These are some thoughts I offered in a recent Pecha Kucha Night orgnised by Gordon Duffy and Tim Taylor: http://www.pecha-kucha.org/night/edinburgh/newsletters/2354 You can watch the video in YouTube and get the slides (20 slides x 20 seconds) here: Pecha_Kucha 2Dec11.
I hope you’ll find the following thoughts inspiring. I was inspired in my turn largely by the King of Asini (the void under the mask or the ruins of Asine) and other poems by Giorgos Seferis, created from nostalgia, memory and loss.
“Παμπάλαια υλικά κατάλοιπα που είχα την καλή τύχη να βρεθούν στον ανασκαφικό μου δρόμο, μια φορά στη λάσπη κι άλλοτε, συχνότερα, στο ξερό χώμα κάποια κρητικά καλοκαίρια, κάποτε και σε αραχνιασμένα μουσειακά υπόγεια. Και μόνο τυχερός; Γιατί να μη λογίζομαι πανευτυχής, τρισμάκαρ, όλβιος, αφού χάθηκα στην αγαθότητα της ανωνυμίας της προϊστορίας…» στον πρόλογο του βιβλίου του «Γεύση μιας προϊστορικής ελιάς» από τον Ικαρο, 2005
Ancient stuff that good luck brought them to my excavating path ….. And only lucky? Why wouldn’t I consider myself happy, blessed, joyful as I was lost in the kindness of the anonymity of prehistory. This is how G. Sakellarakis, a Greek archaeologist, described his experience with Minoan Crete.
Why happy to be immersed in a world without memory or history? because this is what we can usually say about prehistory. Maybe because we are in this strange threshold between our need to keep record of everything we do and move forward carefree from the layers of history above us.
Figure: my computer
I see this kindness from looking at peoples’ stories without any prejudice for what came before, after or around them, based only on the evidence of what they left behind, knowingly or not. Purity that in extremis could even re-invent civilisations, as A. Evans’ Minoan world that Sakellarakis often opposed in his work.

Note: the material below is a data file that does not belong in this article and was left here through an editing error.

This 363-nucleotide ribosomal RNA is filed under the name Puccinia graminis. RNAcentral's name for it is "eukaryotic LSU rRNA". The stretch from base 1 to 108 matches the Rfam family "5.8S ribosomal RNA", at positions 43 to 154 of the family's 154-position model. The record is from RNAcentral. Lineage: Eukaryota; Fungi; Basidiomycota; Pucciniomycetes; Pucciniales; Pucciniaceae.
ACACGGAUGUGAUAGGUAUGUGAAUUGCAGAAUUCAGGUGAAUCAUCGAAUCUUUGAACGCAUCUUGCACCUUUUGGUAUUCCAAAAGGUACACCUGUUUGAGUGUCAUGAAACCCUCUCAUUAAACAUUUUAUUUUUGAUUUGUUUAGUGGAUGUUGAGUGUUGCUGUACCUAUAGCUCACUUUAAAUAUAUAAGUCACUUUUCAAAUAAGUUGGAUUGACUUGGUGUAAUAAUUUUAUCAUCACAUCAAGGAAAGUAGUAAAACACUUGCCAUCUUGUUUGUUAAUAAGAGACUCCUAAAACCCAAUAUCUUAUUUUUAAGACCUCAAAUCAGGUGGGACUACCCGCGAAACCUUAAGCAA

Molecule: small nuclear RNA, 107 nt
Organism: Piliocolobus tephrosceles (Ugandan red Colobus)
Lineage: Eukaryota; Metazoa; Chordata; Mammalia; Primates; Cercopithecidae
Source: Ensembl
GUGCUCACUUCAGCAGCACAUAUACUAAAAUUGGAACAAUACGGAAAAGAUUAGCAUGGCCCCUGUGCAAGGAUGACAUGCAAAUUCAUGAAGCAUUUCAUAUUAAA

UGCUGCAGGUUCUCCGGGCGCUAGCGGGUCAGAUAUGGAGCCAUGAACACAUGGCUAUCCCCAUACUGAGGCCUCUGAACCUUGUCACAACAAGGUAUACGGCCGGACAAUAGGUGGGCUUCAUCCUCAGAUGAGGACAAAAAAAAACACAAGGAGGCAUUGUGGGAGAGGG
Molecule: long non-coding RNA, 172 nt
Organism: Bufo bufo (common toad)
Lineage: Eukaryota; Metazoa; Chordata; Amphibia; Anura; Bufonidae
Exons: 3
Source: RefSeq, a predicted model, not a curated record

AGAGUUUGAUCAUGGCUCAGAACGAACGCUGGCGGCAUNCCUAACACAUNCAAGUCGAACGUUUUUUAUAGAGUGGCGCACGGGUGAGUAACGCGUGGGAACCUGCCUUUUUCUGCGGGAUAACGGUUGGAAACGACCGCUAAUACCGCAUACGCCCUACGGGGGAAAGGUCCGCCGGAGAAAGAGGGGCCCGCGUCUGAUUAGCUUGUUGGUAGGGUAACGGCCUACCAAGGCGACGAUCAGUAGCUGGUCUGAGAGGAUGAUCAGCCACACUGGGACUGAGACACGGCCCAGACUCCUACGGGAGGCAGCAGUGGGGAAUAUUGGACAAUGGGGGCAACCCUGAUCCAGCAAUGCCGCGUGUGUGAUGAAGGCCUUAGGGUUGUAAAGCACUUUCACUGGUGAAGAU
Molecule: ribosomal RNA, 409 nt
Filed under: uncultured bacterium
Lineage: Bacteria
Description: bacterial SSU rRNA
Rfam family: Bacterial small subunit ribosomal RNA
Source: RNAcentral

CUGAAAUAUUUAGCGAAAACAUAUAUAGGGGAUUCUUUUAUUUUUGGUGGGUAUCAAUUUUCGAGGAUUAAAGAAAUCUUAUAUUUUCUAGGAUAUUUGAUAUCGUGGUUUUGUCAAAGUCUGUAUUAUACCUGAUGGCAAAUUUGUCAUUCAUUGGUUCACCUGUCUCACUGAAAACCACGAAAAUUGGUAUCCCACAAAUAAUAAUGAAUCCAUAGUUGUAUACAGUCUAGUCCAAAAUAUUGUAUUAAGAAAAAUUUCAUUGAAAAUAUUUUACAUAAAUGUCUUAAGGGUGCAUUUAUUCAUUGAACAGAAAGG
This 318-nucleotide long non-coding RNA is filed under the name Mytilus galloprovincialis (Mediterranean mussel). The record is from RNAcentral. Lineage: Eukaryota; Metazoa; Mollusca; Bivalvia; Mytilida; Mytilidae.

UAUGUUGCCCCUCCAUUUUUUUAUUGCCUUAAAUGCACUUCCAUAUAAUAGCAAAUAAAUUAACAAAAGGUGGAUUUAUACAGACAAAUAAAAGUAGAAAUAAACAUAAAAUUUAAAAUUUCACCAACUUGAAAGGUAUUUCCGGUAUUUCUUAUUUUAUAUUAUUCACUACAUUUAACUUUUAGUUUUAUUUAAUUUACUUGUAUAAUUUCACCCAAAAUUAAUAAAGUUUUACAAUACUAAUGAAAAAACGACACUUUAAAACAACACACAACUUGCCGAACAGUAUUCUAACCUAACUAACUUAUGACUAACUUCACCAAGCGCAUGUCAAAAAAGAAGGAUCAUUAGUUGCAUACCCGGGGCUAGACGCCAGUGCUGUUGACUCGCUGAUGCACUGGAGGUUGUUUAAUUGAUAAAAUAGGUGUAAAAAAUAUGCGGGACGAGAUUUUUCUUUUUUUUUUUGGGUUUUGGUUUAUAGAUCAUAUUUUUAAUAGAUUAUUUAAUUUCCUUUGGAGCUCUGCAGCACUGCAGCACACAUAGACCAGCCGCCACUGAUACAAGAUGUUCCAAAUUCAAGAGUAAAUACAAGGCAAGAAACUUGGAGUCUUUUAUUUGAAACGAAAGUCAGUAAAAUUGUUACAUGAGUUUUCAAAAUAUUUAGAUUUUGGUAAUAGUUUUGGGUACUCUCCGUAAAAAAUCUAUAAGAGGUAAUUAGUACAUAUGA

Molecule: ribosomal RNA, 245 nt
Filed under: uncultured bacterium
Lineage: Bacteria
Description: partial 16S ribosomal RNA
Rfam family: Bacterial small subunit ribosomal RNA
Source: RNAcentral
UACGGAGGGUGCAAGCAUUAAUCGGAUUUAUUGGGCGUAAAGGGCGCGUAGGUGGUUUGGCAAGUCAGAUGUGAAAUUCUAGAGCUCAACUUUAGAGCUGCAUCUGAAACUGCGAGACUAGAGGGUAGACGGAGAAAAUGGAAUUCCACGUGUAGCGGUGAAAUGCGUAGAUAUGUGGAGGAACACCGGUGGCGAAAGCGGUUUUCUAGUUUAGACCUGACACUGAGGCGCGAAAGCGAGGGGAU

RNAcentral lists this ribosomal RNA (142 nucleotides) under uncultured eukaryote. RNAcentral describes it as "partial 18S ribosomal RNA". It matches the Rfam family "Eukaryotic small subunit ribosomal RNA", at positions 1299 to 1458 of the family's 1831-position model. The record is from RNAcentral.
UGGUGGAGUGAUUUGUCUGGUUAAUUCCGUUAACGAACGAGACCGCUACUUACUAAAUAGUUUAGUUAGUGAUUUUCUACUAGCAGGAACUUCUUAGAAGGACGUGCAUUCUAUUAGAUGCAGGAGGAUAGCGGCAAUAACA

Each country has an opportunity for such kindness in its prehistoric past and here are some thoughts I have from my work on this country where, to use the poet, “it was decreed by Athena that I should live”. I consider myself happy as I was lost in the anonymity of the Scottish Iron-age brochs.
Figure: Dun Troddan
Anonymity does no justice to the complexity of brochs: the galleries, the staircases, the height, the shape, the stones, the scale, the location. Their grand and conspicuous statements make us to want to know more but there is so little to read …
Figure: Dun Telve
But we can touch them like a mask and recognise the echoes from the voids underneath: was someone sleeping in these cells, were kids running up the stairs, would someone wake up in the middle of the night from the barking of the dogs at the guard cell, were the crops dry at the galleries?
Figure: inside Dun Troddan
And who build them? Who planned? Who cut or gathered the stone? Who corbelled the cells? Who celebrated watching it grow? Who dared to thatch the roof when it finished or repair it when it was blown away? This is my happy friend John Barber who introduced me to brochs.
Figure: Spittal broch
And who saw them crumbling slowly or being attacked and then repaired them, taking gradually down parts of the height as its inhabitants didn’t use them or didn’t believe any more in them. And who were the last who decided to abandon the fight with men and elements and leave them?
Figure: Yarrows broch